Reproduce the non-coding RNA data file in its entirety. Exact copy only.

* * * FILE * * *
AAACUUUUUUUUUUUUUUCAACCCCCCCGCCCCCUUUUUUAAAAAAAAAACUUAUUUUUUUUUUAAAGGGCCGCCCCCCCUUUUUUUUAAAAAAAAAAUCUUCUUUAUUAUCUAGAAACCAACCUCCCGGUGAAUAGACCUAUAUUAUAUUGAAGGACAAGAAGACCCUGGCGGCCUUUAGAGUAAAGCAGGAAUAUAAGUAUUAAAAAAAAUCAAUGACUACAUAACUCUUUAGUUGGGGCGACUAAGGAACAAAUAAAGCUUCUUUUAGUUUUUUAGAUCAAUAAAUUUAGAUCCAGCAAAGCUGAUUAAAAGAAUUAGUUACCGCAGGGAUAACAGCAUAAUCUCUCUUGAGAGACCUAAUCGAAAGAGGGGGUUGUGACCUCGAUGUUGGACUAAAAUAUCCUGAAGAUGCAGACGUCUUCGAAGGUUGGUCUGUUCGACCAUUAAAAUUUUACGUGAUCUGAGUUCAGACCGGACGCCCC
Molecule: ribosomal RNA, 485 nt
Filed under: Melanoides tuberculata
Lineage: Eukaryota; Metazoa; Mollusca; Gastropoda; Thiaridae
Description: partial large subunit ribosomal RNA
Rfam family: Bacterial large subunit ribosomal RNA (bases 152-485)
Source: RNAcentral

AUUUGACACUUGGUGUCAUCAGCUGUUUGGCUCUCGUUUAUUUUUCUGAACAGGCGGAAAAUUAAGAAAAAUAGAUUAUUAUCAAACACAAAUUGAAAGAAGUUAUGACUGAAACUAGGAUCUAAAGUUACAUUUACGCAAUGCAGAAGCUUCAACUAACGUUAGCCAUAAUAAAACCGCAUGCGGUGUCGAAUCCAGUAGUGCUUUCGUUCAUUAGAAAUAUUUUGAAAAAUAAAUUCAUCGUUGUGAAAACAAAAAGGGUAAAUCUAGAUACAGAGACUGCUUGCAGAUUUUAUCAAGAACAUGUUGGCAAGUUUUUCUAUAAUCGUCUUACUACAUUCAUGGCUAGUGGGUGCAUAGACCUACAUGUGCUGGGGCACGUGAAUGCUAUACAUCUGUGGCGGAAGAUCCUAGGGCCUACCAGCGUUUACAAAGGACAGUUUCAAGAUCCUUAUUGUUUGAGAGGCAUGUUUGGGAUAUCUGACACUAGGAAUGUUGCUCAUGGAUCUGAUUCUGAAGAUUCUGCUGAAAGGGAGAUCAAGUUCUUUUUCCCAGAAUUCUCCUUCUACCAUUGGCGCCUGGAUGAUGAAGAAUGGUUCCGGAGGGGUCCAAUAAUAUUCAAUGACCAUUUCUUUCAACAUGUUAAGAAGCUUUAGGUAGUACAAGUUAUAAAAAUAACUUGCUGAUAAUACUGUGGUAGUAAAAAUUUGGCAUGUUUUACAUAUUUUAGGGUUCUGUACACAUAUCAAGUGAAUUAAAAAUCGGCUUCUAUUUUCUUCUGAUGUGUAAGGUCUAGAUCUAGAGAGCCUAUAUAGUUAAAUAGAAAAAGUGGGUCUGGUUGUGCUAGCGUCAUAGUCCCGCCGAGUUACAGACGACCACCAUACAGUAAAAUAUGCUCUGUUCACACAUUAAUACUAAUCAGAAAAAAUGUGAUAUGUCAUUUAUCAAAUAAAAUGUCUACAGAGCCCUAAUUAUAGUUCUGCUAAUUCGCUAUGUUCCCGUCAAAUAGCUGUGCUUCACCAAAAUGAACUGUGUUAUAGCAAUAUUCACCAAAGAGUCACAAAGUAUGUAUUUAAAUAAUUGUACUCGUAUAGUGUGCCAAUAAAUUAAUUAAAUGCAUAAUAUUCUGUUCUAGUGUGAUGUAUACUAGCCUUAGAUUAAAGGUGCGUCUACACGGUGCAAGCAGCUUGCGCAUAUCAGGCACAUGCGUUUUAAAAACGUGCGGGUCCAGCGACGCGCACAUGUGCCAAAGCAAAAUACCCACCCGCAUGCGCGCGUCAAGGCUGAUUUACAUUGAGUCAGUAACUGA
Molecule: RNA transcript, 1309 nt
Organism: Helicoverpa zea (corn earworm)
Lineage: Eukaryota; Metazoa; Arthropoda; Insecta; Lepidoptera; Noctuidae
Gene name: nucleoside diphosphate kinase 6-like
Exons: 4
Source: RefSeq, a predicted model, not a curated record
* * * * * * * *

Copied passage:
AAACUUUUUUUUUUUUUUCAACCCCCCCGCCCCCUUUUUUAAAAAAAAAACUUAUUUUUUUUUUAAAGGGCCGCCCCCCCUUUUUUUUAAAAAAAAAAUCUUCUUUAUUAUCUAGAAACCAACCUCCCGGUGAAUAGACCUAUAUUAUAUUGAAGGACAAGAAGACCCUGGCGGCCUUUAGAGUAAAGCAGGAAUAUAAGUAUUAAAAAAAAUCAAUGACUACAUAACUCUUUAGUUGGGGCGACUAAGGAACAAAUAAAGCUUCUUUUAGUUUUUUAGAUCAAUAAAUUUAGAUCCAGCAAAGCUGAUUAAAAGAAUUAGUUACCGCAGGGAUAACAGCAUAAUCUCUCUUGAGAGACCUAAUCGAAAGAGGGGGUUGUGACCUCGAUGUUGGACUAAAAUAUCCUGAAGAUGCAGACGUCUUCGAAGGUUGGUCUGUUCGACCAUUAAAAUUUUACGUGAUCUGAGUUCAGACCGGACGCCCC
Molecule: ribosomal RNA, 485 nt
Filed under: Melanoides tuberculata
Lineage: Eukaryota; Metazoa; Mollusca; Gastropoda; Thiaridae
Description: partial large subunit ribosomal RNA
Rfam family: Bacterial large subunit ribosomal RNA (bases 152-485)
Source: RNAcentral

AUUUGACACUUGGUGUCAUCAGCUGUUUGGCUCUCGUUUAUUUUUCUGAACAGGCGGAAAAUUAAGAAAAAUAGAUUAUUAUCAAACACAAAUUGAAAGAAGUUAUGACUGAAACUAGGAUCUAAAGUUACAUUUACGCAAUGCAGAAGCUUCAACUAACGUUAGCCAUAAUAAAACCGCAUGCGGUGUCGAAUCCAGUAGUGCUUUCGUUCAUUAGAAAUAUUUUGAAAAAUAAAUUCAUCGUUGUGAAAACAAAAAGGGUAAAUCUAGAUACAGAGACUGCUUGCAGAUUUUAUCAAGAACAUGUUGGCAAGUUUUUCUAUAAUCGUCUUACUACAUUCAUGGCUAGUGGGUGCAUAGACCUACAUGUGCUGGGGCACGUGAAUGCUAUACAUCUGUGGCGGAAGAUCCUAGGGCCUACCAGCGUUUACAAAGGACAGUUUCAAGAUCCUUAUUGUUUGAGAGGCAUGUUUGGGAUAUCUGACACUAGGAAUGUUGCUCAUGGAUCUGAUUCUGAAGAUUCUGCUGAAAGGGAGAUCAAGUUCUUUUUCCCAGAAUUCUCCUUCUACCAUUGGCGCCUGGAUGAUGAAGAAUGGUUCCGGAGGGGUCCAAUAAUAUUCAAUGACCAUUUCUUUCAACAUGUUAAGAAGCUUUAGGUAGUACAAGUUAUAAAAAUAACUUGCUGAUAAUACUGUGGUAGUAAAAAUUUGGCAUGUUUUACAUAUUUUAGGGUUCUGUACACAUAUCAAGUGAAUUAAAAAUCGGCUUCUAUUUUCUUCUGAUGUGUAAGGUCUAGAUCUAGAGAGCCUAUAUAGUUAAAUAGAAAAAGUGGGUCUGGUUGUGCUAGCGUCAUAGUCCCGCCGAGUUACAGACGACCACCAUACAGUAAAAUAUGCUCUGUUCACACAUUAAUACUAAUCAGAAAAAAUGUGAUAUGUCAUUUAUCAAAUAAAAUGUCUACAGAGCCCUAAUUAUAGUUCUGCUAAUUCGCUAUGUUCCCGUCAAAUAGCUGUGCUUCACCAAAAUGAACUGUGUUAUAGCAAUAUUCACCAAAGAGUCACAAAGUAUGUAUUUAAAUAAUUGUACUCGUAUAGUGUGCCAAUAAAUUAAUUAAAUGCAUAAUAUUCUGUUCUAGUGUGAUGUAUACUAGCCUUAGAUUAAAGGUGCGUCUACACGGUGCAAGCAGCUUGCGCAUAUCAGGCACAUGCGUUUUAAAAACGUGCGGGUCCAGCGACGCGCACAUGUGCCAAAGCAAAAUACCCACCCGCAUGCGCGCGUCAAGGCUGAUUUACAUUGAGUCAGUAACUGA
Molecule: RNA transcript, 1309 nt
Organism: Helicoverpa zea (corn earworm)
Lineage: Eukaryota; Metazoa; Arthropoda; Insecta; Lepidoptera; Noctuidae
Gene name: nucleoside diphosphate kinase 6-like
Exons: 4
Source: RefSeq, a predicted model, not a curated record